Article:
You can use your computer, mobile phone or tablet for lots of fun things and to make lots of new friends from all over the world.
This section of our website will provide you with links to really useful advice on how to be careful when you use the internet and some great tips to keep safe. If you are worried about anything you see online or people are asking you questions about where you live or saying nasty things to you please speak to your parents or teacher or follow any of the links below for help and advice.
Parent Information is collaboration between CEOP and Parent Zone and provides information to parents and carers about their children’s wellbeing and resilience, internet safety and a wide range of other topic matters like sex, relationship and body image.
Think U Know Website
I bet you probably like to use the computer for fun. The Think U Know website will help you go on the internet in a safe way and tell who to talk to if you are worried. You can also find out about Lee & Kim’s adventures or watch Hector and his friends learning to use computers safely! If you want to talk to someone else you can call ‘Childline’, which is a place where people who are nice can help you.
They won’t tell anyone that you have called and it’s free. You can phone them on: 0800 1111.
- Always ask a grown up before you use the internet. They can help you find the best thing to do.
- Don’t tell strangers where you live, your phone number or where you go to school. Only your friends and family need to know that.
- Don’t send pictures to people you don’t know. You don’t want strangers looking at photos of you, your friends or your family.
- Tell a grown up if you feel scared or unhappy about anything.
Be Smart be cool – Be smart online.
What’s your favourite thing to do online. Visit the KidSMART website and learn more about the internet and being a SMART surfer. Learn the SMART Rules with Kara Winston and the SMART Crew. If anything goes wrong online or upsets you make sure you tell someone about it. Download a poster of the SMART Rules by clicking the link below.
Help and Advice
If you find something on the internet or someone has made you sad or scared you should tell your mum, dad or the person who looks after you at home or a teacher at school. If you would like to talk to someone else we have added some links to the Advice Help and Report Centre on the CEOPS website. You can contact people who are friendly and helpful by following the link for your age group.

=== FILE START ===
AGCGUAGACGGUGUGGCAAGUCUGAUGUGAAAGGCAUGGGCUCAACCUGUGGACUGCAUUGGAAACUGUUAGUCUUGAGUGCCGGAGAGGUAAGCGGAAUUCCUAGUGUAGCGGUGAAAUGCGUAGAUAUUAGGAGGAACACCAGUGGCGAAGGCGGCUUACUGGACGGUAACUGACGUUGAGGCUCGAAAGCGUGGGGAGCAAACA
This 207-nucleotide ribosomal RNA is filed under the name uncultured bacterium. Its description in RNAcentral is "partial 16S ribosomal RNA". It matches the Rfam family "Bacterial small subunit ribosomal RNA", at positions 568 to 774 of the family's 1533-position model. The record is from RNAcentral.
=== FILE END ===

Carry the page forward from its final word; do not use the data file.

- Safety Centre for 5 to 7 year olds
- Safety Centre for 8 to 10 year olds
- Safety Centre for 11 to 13 year olds
e-Safety Advice – February 2019
TikTok is in effect the replacement for Musical.ly and this app seems to have developed a big following in the last few weeks. It is not “more dangerous” than some other apps, but to help keep our children safe it would be wise to draw parents attention to current advice. Parents are advised – as with other apps to help their child review their privacy settings and to be aware that: “Even with a private account, profile information – including profile photo, username, and bio – will be visible to all users. Counsel your teen not to reveal personal information such as age, address, or phone number in his/her profile.”
The “Momo Challenge” is a form of cyberbullying that spreads through social media and phones mostly using Whatsapp. Phone users are enticed to contact a user named “Momo” through WhatsApp, they receive graphic threats from the user and are instructed to perform a series of dangerous tasks. Despite claims that the phenomenon was reaching worldwide proportions in July 2018, the number of actual complaints is relatively small and no police force has confirmed anyone was actually harmed. The UK Safer internet centre has been aware of this as an issue for UK schools over the last couple of months and is very cautious about giving any publicity to the challenge.The details of this are once again circulating on social media, and well-meaning parents are adding to the oxygen of publicity. We would encourage schools not to draw additional attention to this.
There is an excellent explanation in The Guardian https://www.theguardian.com/technology/2019/feb/28/viral-momo-challenge-is-a-malicious-hoax-say-charities which explains the issue.